The goal of our life is to serve Hashem. The key is humility. If we do not humble ourselves, we are not serving Him; rather we are serving our own desires. The key to humility is a broken heart. Realize that our fate is in His Hands. His Will must be carried out. Our only choice is whether to serve Him or not. If we humbly choose the right way, we receive great blessings and rewards. If not, He must humble us - oy va voy. Take the short, straight way, kinderlach. Humble yourselves. Serve Hashem.
The Long Journey
"I'm tired. This trip is very wearing."
"Me too. How far do we have to go?"
"Some distance. We're not there yet, but b'ezras Hashem we will be arriving soon."
"Good. This journey has been so long that I have lost track of time. I had no idea that the trip would take so long."
"Actually, it all depends on how fast you travel. Some people are able to make the trip relatively quickly. For others, it takes more time.
"How long have we been traveling?"
"Several years now."
"Amazing. I hope we arrive soon."
"And you shall know this day and take it into your heart" (from the Aleinu prayer). This passage presents a question. If you know something, then it is already in your memory. We often say, "I know it by heart." Why does the prayer separate the two - "And you shall know this day AND take it into your heart?" What do you add by taking it into your heart?
The answer is that there is a big difference between knowing something and taking it to heart. Knowing refers to intellectual knowledge - acquiring information, understanding it, and remembering it. That is important, because without the facts, a person will not know what to do. However, that is only the beginning of the story. One must take the knowledge to heart. He must do what he knows is right. He must think the right thoughts, and feel the proper emotions. This is much more challenging than just acquiring the knowledge. For example, one may know that it is proper to take time when saying berachos of praise and gratitude to Hashem. However, he has a bad habit of saying berachos as quickly as possible. It may take him a while to internalize his knowledge, take it to heart, and change his ways. This is the journey - from the head to the heart. It can be a quick excursion, or a long journey, depending upon many factors. The main thing is - keep traveling! Never lose sight of the destination. Keep asking The Almighty for Siyata Di'Shmaya (Heavenly Assistance). B'ezras Hashem you will get there.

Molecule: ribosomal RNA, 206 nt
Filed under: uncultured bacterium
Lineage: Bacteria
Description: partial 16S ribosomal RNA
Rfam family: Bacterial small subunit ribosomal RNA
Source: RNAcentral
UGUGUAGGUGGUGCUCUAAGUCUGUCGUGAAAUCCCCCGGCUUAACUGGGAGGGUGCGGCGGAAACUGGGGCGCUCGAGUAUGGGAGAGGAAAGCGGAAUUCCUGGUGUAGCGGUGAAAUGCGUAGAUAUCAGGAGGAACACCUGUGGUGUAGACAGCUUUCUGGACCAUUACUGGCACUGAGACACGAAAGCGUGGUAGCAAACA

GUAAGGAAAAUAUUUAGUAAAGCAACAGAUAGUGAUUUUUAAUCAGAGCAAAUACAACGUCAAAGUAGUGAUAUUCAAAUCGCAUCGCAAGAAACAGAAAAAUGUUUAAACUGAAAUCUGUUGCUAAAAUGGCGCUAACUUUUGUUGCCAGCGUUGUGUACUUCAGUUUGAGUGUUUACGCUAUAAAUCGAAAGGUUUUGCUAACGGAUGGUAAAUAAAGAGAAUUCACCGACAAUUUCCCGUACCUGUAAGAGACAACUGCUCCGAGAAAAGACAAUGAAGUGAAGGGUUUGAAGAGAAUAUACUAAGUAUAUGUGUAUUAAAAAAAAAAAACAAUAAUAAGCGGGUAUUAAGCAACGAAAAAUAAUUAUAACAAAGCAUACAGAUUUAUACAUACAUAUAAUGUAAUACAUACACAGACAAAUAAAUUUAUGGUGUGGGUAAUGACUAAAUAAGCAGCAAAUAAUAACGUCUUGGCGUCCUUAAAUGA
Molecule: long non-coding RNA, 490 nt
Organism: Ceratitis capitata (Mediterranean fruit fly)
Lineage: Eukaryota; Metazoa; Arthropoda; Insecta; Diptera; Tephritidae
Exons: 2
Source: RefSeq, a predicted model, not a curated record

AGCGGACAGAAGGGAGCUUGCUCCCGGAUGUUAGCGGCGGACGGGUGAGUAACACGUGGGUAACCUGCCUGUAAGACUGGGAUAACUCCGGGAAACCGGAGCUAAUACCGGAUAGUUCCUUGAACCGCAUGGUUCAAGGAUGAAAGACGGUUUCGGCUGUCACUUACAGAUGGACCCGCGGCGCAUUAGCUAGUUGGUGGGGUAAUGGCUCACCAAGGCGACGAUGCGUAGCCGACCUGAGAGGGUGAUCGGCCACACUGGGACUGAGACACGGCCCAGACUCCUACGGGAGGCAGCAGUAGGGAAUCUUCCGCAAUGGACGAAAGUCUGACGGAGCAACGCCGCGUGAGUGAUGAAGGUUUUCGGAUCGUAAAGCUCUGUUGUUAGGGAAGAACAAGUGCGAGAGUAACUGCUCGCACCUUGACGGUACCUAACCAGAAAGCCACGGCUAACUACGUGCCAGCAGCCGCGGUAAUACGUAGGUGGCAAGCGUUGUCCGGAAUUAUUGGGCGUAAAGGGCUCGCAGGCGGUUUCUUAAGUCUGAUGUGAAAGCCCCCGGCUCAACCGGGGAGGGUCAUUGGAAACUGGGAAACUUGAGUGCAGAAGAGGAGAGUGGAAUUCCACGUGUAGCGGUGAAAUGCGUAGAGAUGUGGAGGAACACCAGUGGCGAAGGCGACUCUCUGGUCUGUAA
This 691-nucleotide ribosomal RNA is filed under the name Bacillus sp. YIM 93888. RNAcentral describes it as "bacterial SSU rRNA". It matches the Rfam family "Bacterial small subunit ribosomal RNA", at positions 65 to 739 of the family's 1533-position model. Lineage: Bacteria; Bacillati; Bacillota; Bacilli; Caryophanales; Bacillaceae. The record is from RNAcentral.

Kinderlach . . .
We learned about the middah of a humble heart. The knowledge is in our minds. The next step is to begin the journey from the mind to the heart. It is only a few centimeters in distance. However, traveling those few centimeters can take years. Kinderlach, begin the journey and keep going. Do not get discouraged. It may take time. Some parts of the trip may be rougher than others. Do not give up in the middle! With Hashem's help, you will get there. You will know the Torah, take it to heart, and live by it. May we all reach the destination.
How many aveyros are numbered in 26:15? Why are they listed in this order?
What is the sequence of events that will happen to one who does not observe Shmitta? (Rashi 26:1)
If one sells his sadeh achuza 20 years before yovel, and redeems it ten years later, does he pay the same price that he received for it? (Rashi 25:27)
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"SIMCHA'S TORAH STORIES"
A Children's book by Simcha Groffman